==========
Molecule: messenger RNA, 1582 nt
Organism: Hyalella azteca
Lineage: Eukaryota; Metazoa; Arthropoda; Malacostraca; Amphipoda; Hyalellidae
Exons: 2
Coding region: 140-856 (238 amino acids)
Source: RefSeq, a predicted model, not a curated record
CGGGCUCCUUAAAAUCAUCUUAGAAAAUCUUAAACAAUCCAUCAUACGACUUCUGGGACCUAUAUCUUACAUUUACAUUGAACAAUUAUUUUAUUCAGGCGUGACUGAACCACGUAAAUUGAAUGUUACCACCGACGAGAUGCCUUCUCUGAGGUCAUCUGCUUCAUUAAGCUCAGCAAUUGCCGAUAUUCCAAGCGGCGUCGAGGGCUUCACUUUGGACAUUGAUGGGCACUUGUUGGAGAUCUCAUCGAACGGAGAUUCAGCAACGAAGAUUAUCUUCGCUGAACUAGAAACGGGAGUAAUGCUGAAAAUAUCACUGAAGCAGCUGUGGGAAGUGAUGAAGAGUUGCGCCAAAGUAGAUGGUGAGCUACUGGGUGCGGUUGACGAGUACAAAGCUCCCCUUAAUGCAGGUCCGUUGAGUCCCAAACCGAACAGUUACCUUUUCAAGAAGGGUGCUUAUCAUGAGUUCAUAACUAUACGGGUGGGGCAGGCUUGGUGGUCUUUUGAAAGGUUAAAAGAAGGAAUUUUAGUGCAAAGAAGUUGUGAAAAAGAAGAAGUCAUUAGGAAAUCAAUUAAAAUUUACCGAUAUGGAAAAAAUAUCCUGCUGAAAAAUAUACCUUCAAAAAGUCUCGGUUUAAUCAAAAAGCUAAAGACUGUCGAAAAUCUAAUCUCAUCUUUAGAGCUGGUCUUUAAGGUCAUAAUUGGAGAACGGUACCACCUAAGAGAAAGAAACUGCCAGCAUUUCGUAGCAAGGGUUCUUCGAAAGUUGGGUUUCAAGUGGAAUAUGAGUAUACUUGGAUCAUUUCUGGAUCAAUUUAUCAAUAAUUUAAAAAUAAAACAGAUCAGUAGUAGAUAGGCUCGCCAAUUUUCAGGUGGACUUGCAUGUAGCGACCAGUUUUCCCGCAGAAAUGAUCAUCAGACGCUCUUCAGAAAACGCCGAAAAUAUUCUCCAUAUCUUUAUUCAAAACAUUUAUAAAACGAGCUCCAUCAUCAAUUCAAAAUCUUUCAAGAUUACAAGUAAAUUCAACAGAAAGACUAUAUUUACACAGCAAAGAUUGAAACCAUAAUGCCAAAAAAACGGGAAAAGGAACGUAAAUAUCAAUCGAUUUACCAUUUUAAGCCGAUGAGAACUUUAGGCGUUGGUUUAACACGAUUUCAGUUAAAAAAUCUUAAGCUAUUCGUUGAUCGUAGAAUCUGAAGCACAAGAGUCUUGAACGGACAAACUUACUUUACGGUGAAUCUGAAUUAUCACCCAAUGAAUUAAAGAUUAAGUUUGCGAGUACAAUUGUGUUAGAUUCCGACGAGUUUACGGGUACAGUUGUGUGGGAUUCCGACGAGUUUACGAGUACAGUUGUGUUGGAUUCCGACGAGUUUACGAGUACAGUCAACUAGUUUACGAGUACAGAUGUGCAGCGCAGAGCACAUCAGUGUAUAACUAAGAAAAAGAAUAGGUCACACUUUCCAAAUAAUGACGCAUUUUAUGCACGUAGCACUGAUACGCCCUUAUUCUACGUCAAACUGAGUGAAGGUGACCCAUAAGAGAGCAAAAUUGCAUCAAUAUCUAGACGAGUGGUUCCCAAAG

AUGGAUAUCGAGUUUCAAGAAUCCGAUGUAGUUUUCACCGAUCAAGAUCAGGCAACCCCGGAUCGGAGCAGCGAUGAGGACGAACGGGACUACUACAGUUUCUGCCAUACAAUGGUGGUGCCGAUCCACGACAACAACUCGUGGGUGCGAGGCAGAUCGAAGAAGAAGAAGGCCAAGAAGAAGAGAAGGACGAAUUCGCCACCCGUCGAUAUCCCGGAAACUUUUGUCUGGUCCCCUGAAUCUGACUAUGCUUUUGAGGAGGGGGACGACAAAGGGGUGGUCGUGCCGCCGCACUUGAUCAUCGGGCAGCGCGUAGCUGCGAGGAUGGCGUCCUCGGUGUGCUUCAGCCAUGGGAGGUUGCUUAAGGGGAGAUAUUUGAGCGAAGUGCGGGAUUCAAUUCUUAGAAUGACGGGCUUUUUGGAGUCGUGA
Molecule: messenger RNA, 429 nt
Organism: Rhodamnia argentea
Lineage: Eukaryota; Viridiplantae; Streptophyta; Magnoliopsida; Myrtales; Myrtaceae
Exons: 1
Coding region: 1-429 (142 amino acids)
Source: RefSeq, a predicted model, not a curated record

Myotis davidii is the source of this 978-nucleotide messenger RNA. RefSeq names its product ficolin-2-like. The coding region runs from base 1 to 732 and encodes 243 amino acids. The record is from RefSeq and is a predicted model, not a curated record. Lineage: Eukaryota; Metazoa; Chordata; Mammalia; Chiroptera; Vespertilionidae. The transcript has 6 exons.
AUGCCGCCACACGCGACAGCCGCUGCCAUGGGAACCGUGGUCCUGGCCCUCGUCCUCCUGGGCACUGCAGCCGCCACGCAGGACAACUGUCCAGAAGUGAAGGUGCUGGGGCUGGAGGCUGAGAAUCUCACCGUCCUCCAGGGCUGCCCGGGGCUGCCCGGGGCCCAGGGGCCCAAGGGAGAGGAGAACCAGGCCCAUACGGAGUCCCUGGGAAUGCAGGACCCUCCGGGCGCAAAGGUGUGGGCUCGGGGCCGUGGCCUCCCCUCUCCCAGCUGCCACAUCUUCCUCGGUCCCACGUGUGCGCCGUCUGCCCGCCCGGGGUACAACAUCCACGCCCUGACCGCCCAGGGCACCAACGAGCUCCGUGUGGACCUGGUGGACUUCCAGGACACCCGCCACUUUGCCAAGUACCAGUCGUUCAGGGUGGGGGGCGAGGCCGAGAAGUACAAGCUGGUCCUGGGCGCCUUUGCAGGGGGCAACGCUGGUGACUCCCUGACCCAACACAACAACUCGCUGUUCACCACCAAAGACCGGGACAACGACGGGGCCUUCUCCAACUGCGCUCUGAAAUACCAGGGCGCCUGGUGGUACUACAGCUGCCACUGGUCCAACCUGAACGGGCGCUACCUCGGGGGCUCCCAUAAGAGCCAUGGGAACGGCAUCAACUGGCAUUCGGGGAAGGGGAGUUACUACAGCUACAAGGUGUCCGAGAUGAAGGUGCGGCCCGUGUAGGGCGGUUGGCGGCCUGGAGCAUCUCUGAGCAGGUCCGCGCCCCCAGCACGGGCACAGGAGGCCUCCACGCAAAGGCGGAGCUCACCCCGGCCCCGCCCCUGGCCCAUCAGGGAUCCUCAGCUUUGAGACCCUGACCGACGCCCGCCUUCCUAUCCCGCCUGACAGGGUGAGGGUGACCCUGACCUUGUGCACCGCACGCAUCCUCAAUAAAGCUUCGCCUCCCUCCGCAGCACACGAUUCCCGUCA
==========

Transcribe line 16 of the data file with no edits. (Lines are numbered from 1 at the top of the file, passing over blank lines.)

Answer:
AUGCCGCCACACGCGACAGCCGCUGCCAUGGGAACCGUGGUCCUGGCCCUCGUCCUCCUGGGCACUGCAGCCGCCACGCAGGACAACUGUCCAGAAGUGAAGGUGCUGGGGCUGGAGGCUGAGAAUCUCACCGUCCUCCAGGGCUGCCCGGGGCUGCCCGGGGCCCAGGGGCCCAAGGGAGAGGAGAACCAGGCCCAUACGGAGUCCCUGGGAAUGCAGGACCCUCCGGGCGCAAAGGUGUGGGCUCGGGGCCGUGGCCUCCCCUCUCCCAGCUGCCACAUCUUCCUCGGUCCCACGUGUGCGCCGUCUGCCCGCCCGGGGUACAACAUCCACGCCCUGACCGCCCAGGGCACCAACGAGCUCCGUGUGGACCUGGUGGACUUCCAGGACACCCGCCACUUUGCCAAGUACCAGUCGUUCAGGGUGGGGGGCGAGGCCGAGAAGUACAAGCUGGUCCUGGGCGCCUUUGCAGGGGGCAACGCUGGUGACUCCCUGACCCAACACAACAACUCGCUGUUCACCACCAAAGACCGGGACAACGACGGGGCCUUCUCCAACUGCGCUCUGAAAUACCAGGGCGCCUGGUGGUACUACAGCUGCCACUGGUCCAACCUGAACGGGCGCUACCUCGGGGGCUCCCAUAAGAGCCAUGGGAACGGCAUCAACUGGCAUUCGGGGAAGGGGAGUUACUACAGCUACAAGGUGUCCGAGAUGAAGGUGCGGCCCGUGUAGGGCGGUUGGCGGCCUGGAGCAUCUCUGAGCAGGUCCGCGCCCCCAGCACGGGCACAGGAGGCCUCCACGCAAAGGCGGAGCUCACCCCGGCCCCGCCCCUGGCCCAUCAGGGAUCCUCAGCUUUGAGACCCUGACCGACGCCCGCCUUCCUAUCCCGCCUGACAGGGUGAGGGUGACCCUGACCUUGUGCACCGCACGCAUCCUCAAUAAAGCUUCGCCUCCCUCCGCAGCACACGAUUCCCGUCA